Tuesday, October 24, 2006

The other Egyptian print was lovely, solid, and yet remarkable, but not as exciting as this one. Go bid on it right away.

I love the colors, and the fishing scene. The fishermen and women, with their features left blank, allow the fish to be the real star. Those reeds do look suspiciously like bamboo though, don't they? The abstract papyrus topped with carnelian is fabulous, and the butterflies (or are they flowers?) somehow evoke a prototype of the logo for the Partridge Family. Then there are the apple shaped circles adding another dimension. This one makes my heart beat faster.

If you are in Brooklyn this weekend get yourself to BAM for the Almodovar film festival. All of his films deserve to be seen on the big screen. Each winter I choose a director and attempt to see all of their films. My Almodovar winter was the most fun. Though he examines some very bleak subject matter ("Talk to Her" or "Mala Educacion") his characters always show incredible resilience. (The winter I devoted to Kurosawa, well, it was hard to keep my head out of the oven. I have stayed away from Fassbinder for the same reason.) The first Almodovar film I saw was "Women on the Verge of Nervous Breakdown". Even then I identified with the character of the ex-wife who was trapped in the 60's and still wearing all of her old clothes.

Egyptomania. Luscious cotton shirtwaist dress with some fabulous Egyptians. I like how the attendant has what look like wilted papyri draped over her arm, but the duck she holds by the wings is still alive and kicking. The standing female figure looks like she’s got a valium or something cupped in her hand and is trying to get the seated guy to take it. The colors are terrific, the mustard yellow and the splashes of white really make it pop. Sized small (B 37, W25 ½), and no label. Whoever made this did an excellent job of lining up and matching the horizontal lines of this print. I like the simple round, high neckline, but would probably change the buttons.

This dress is available from Vintage Virtuosa for $85. Rather steep, yes, I agree, but Ms. Virtuosa has some lovely stuff indeedy.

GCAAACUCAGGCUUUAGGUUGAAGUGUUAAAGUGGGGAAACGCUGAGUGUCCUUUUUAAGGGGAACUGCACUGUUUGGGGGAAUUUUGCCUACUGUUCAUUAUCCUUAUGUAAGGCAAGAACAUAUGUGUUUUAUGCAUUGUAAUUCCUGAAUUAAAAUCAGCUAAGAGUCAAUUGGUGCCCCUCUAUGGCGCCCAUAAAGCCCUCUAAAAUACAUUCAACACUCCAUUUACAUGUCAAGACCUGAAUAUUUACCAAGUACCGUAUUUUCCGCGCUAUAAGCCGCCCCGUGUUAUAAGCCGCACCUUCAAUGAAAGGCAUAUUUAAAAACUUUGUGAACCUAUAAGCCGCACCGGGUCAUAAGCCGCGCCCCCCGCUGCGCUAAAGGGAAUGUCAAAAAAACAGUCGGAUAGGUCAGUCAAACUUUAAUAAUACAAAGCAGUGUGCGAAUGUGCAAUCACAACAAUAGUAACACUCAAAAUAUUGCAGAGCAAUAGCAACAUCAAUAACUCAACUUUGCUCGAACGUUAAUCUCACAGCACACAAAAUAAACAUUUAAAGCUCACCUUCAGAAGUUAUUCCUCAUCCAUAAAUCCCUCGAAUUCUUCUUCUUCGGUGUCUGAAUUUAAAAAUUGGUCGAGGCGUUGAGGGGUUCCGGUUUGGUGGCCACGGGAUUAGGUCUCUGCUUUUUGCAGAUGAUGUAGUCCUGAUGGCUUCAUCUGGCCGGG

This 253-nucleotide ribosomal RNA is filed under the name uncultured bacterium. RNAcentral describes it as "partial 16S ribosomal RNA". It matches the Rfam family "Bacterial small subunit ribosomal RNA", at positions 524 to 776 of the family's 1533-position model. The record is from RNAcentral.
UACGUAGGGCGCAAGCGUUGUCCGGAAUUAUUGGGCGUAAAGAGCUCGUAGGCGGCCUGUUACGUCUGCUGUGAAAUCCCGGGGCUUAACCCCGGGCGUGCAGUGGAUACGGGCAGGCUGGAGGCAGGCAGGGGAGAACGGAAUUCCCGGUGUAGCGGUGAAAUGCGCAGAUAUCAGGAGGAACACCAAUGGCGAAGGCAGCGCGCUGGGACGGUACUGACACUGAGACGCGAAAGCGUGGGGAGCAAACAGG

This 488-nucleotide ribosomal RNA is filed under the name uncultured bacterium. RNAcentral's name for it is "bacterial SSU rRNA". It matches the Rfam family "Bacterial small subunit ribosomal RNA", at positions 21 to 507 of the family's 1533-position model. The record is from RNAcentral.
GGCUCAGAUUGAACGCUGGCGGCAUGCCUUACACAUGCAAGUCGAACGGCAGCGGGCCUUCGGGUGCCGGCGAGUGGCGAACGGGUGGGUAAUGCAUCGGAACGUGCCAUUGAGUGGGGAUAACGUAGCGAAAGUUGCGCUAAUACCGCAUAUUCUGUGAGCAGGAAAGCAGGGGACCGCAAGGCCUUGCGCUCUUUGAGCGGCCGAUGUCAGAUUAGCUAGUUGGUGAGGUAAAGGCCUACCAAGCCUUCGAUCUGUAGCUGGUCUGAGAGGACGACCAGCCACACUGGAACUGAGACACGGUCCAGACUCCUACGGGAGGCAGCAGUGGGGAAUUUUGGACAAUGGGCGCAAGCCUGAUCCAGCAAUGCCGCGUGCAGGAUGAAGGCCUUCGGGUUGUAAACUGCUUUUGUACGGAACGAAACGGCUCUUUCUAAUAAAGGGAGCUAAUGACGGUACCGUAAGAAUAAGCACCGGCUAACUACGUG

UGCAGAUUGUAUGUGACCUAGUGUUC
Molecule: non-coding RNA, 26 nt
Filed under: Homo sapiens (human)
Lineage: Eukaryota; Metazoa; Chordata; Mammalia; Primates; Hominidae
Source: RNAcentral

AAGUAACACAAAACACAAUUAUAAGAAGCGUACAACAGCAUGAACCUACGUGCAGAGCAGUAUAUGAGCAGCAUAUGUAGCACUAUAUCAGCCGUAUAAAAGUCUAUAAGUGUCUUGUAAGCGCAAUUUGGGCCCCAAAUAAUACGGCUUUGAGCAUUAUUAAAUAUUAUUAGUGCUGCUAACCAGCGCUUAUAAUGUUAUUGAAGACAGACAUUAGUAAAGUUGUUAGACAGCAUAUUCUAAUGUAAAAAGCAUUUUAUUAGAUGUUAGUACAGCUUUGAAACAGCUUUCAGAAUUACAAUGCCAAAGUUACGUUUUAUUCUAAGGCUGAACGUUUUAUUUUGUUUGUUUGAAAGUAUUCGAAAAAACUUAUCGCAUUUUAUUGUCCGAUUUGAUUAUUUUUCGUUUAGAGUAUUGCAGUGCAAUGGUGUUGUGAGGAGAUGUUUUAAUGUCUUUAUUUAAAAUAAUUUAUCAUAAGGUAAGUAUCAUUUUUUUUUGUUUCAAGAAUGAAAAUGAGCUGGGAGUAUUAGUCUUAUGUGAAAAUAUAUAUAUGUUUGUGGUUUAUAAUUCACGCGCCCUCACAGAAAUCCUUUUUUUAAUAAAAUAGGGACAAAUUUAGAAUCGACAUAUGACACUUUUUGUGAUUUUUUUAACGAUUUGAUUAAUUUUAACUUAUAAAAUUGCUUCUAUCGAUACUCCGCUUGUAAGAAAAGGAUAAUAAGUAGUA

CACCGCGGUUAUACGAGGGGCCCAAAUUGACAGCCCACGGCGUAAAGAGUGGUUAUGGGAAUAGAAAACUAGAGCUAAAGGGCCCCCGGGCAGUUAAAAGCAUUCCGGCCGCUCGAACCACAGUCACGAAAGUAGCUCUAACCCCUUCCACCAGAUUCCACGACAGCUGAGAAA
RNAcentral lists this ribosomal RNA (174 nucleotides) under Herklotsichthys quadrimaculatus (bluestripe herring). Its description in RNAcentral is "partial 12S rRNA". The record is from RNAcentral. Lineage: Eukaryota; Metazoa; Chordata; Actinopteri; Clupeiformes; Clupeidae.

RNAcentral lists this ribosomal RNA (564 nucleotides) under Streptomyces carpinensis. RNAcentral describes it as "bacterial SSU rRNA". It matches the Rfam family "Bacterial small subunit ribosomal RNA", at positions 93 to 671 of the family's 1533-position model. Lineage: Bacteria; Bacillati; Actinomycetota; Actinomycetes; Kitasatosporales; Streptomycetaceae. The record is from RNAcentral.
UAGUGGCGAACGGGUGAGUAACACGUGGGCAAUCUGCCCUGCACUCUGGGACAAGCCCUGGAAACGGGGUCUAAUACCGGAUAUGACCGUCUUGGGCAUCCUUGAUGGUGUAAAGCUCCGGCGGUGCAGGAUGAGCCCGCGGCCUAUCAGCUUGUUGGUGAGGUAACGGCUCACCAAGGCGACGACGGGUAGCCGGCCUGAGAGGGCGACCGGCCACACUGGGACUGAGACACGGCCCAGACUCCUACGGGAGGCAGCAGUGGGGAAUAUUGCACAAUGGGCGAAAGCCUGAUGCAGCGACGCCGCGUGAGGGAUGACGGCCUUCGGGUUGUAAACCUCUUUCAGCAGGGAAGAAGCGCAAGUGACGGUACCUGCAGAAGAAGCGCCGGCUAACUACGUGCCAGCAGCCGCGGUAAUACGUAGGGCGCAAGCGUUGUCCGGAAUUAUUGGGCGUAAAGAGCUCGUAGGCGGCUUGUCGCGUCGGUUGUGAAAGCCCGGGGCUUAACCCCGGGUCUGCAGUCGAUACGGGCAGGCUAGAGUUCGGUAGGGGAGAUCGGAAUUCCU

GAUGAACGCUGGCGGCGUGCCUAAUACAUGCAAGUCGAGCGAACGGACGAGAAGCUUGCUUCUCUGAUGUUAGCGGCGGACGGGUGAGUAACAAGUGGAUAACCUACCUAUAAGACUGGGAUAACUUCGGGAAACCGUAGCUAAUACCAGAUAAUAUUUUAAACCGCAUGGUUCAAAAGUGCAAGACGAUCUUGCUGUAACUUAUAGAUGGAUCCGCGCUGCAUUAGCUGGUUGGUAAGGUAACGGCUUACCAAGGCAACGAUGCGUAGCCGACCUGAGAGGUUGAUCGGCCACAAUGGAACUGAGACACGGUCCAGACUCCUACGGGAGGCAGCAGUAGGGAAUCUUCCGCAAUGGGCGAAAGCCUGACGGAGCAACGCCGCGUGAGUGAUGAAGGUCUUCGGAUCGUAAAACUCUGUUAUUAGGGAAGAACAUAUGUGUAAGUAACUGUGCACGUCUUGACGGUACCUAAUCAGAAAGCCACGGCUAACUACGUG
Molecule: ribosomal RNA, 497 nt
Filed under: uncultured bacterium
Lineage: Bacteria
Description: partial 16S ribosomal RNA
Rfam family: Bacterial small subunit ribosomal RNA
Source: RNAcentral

Monday, October 23, 2006

Deliriously autumnal. Perfect dress for drinking apple cider and feeling foxy. Exciting early 60’s print with the little foxes (yes, that sure is a Bette Davis/Lillian Hellman reference), acorns and leaves. The yellow buttons are an especially nice touch. It’s a largish medium and you can bid on it here. Bids were in the 10 dollar range when I last checked.

The Folksbiene, NYC’s resident Yiddish Theater company, must have tunneled into my dream world to bring together two of my great loves: Yiddish theater and Gilbert and Sullivan.
They are presenting a Yiddish version of “The Pirates of Penzance”, which in Yiddish becomes “Di Yam Gazlonim” (The Rascally Robbers of the Sea). Jewish Pirates. Yiddish drinking songs. I am so there. It's only running for 2 weeks, Oct 29-Nov 12.

Now if only they would do a Yiddish version of “All About Eve”. But of course make it all about the golden years of Yiddish theater. Perhaps with a Molly Picon type character as the Margo Channing/Bette Davis lead. Are you reading this, Zalmen Mlotek?

The New York Times is stalking me! A staff writer visited my Butoh class and spoke with Vangeline. Celeste Hastings and the fabulous Butoh Rockettes are name-checked. I'm so glad to see them get some press ink.

Wearing my revolutionary costume for the day, I’m hoping to get tickets to the musical of “Grey Gardens”. I know, I was all suspicious of it when it was off-Broadway, but now I am just another misfit who wants tickets. I'll be tempted to show up with a sweater pinned on my head and a bathing suit with stockings, but will most likely wear a crisp autumnal novelty print.